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Toyota pledges 350 more jobs, billions more in capital investment at Triad plant. Consumer demand for electric vehicles spurs decision.

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Toyota Motor Corp. announced plans on Wednesday for 350 more jobs and an additional $2.5 billion investment at its North Carolina electric vehicle battery plant as construction commences at the Liberty megasite.

The expansion by Toyota Battery Manufacturing is part of a global battery production commitment of $5.6 billion to meet increasing consumer demand for electric vehicles.

The Toyota subsidiary plans to build lithium-ion batteries at the plant for about 200,000 hybrid and electric vehicles annually.

With an overall $3.79 billion capital investment and 2,100 jobs, it could become the biggest single corporate expenditure in state history.

“This is only the beginning of what I considered as a long and bright future for the plant and marks another significant milestone for our company,” said Norm Bafunno, senior vice president of Unit Manufacturing and Engineering at Toyota Motor North America.

“This plant will serve a central role in Toyota’s leadership toward a fully electrified future and will help us meet our goal of carbon neutrality in our vehicles and global operations by 2035.”

In December, the Toyota business unit selected the Greensboro-Randolph megasite for its plant and said production is projected to begin in 2025. Additional production phases are expected later in the decade.

“This incremental investment reflects our continued commitment to ensuring jobs and future economic growth for the Triad region,” said Sean Suggs, who was named president of the N.C.-based Toyota unit on June 21.

Suggs, a 24-year veteran with Toyota, served in a similar role for a Toyota plant in Mississippi and, most recently, was group vice president and chief social innovation officer for Toyota Motor North America.

“We like to build things locally where they are sold,” Bafunno said. “It’s not a 100% alignment, but we try to get a close as we can in our (production) footprint in the United States.

“We’re going to have to keep up with the North American consumer, and that begins in North Carolina.”

Toyota said it plans to begin hiring the first round of production and maintenance employees in late 2002 to early 2023. For hiring information, go to www.toyota.com/careers.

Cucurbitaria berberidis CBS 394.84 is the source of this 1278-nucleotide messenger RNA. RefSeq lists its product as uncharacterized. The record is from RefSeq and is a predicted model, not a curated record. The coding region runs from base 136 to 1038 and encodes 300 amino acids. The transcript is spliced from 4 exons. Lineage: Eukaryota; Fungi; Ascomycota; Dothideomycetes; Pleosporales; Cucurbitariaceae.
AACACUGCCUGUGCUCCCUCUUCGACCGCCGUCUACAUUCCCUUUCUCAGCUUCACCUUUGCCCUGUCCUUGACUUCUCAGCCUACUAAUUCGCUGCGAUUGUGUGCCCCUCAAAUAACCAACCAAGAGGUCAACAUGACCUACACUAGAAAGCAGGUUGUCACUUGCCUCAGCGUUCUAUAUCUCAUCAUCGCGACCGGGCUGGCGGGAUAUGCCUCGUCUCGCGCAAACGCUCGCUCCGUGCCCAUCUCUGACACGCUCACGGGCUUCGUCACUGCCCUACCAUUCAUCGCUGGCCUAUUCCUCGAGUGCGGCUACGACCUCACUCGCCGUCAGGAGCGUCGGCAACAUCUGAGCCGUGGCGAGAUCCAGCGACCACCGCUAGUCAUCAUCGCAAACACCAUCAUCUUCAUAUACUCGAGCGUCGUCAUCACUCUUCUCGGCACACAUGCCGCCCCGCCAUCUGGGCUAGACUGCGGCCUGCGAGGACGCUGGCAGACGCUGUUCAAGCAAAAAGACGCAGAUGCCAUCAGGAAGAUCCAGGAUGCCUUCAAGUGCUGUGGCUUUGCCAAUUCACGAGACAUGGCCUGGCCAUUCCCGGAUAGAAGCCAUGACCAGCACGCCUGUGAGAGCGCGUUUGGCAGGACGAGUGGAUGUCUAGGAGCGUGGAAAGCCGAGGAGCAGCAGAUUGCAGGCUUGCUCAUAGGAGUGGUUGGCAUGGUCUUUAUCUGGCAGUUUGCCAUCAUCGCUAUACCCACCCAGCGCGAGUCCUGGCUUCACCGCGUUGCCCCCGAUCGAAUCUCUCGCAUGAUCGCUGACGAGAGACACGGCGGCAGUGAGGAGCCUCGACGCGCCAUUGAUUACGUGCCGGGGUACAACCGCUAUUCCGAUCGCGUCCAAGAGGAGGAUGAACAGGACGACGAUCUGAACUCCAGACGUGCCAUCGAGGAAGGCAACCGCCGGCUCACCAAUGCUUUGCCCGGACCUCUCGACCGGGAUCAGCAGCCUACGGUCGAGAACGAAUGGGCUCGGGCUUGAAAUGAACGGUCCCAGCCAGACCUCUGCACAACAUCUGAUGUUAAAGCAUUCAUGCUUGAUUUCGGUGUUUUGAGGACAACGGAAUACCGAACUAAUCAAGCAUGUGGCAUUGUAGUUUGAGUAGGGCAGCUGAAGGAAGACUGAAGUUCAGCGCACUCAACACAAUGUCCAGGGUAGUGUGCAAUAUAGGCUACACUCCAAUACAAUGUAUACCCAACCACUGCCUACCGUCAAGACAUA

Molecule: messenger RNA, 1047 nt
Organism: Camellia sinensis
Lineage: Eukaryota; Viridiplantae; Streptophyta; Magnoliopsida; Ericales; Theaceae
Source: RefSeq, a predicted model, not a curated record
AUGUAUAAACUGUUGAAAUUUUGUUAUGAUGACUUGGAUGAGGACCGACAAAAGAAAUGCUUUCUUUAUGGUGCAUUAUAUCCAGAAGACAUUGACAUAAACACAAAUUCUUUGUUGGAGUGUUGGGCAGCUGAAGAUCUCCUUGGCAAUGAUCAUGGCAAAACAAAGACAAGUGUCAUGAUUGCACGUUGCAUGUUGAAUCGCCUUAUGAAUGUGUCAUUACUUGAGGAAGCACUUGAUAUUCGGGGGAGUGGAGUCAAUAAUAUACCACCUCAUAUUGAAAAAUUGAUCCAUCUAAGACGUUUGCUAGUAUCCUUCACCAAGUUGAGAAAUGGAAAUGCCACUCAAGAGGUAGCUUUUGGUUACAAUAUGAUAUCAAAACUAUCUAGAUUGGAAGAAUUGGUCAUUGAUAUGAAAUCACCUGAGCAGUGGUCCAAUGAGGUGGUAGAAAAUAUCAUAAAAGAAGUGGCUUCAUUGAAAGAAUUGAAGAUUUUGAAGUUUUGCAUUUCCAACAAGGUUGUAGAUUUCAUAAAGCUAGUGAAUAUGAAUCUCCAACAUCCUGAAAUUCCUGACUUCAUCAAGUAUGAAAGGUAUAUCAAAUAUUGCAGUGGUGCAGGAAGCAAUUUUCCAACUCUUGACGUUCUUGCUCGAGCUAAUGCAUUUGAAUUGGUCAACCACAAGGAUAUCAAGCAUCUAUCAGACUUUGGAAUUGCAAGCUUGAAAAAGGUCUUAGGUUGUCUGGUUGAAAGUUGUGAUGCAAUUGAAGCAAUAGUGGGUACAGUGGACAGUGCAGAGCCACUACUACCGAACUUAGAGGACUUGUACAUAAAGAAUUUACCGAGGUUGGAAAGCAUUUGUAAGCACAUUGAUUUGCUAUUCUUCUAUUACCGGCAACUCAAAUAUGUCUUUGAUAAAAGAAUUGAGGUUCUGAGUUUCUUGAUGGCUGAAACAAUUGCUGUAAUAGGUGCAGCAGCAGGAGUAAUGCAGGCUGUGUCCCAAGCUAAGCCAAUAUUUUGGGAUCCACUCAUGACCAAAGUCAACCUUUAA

“We’re on schedule in terms of the project,” Bafunno said.

“The pad is ready for us to begin vertical construction of the building and work on the footings has begun.”

MegaSite Toyota

The Greensboro-Randolph megasite as seen Tuesday. Toyota officials say site work has progressed and building construction can now begin on their planned electric battery plant in Liberty. The company announced an additional $2.5 billion capital investment for the project on Wednesday.

Greensboro-Randolph Megasite

Toyota selected the Greensboro-Randolph Megasite in Liberty in December for its lithium-ion battery production facility, which is expected to begin production in 2025.

Shifting plans

The initial plan for the Liberty plant was to build batteries for hybrid electric vehicles.

Bafunno said two production lines originally dedicated to hybrid electric batteries will instead make batteries for electric vehicles because of increasing customer demand.

“We’ve just naturally pulled ahead of plans for (EV battery production),” Bafunno said. “We’re now doubling down, and we need to get moving.”

“We’re going to watch carefully and continue to look at what investments are needed to keep up with the demand that appears to be coming.”

Asked whether hybrid or EV battery production will begin first, Bafunno said “we haven’t really finalized all of those schedules, still looking from the demand side what should be the priority.”

“We will be a 24-hour operation. We’re trying to figure out if that will be seven days a week, and then shift patterns and hours.

“We will have that finalized in the next couple of months before we go out and begin hiring and what we’re hiring for.”

Honda EV plant plans

Toyota has company in major auto manufacturers planning to invest in EV production plants.

On Monday, Honda Motor Co. Ltd. and LG Energy Solution announced plans for a joint venture to produce lithium-ion batteries in the U.S. to power Honda and Acura EV models for the North American market.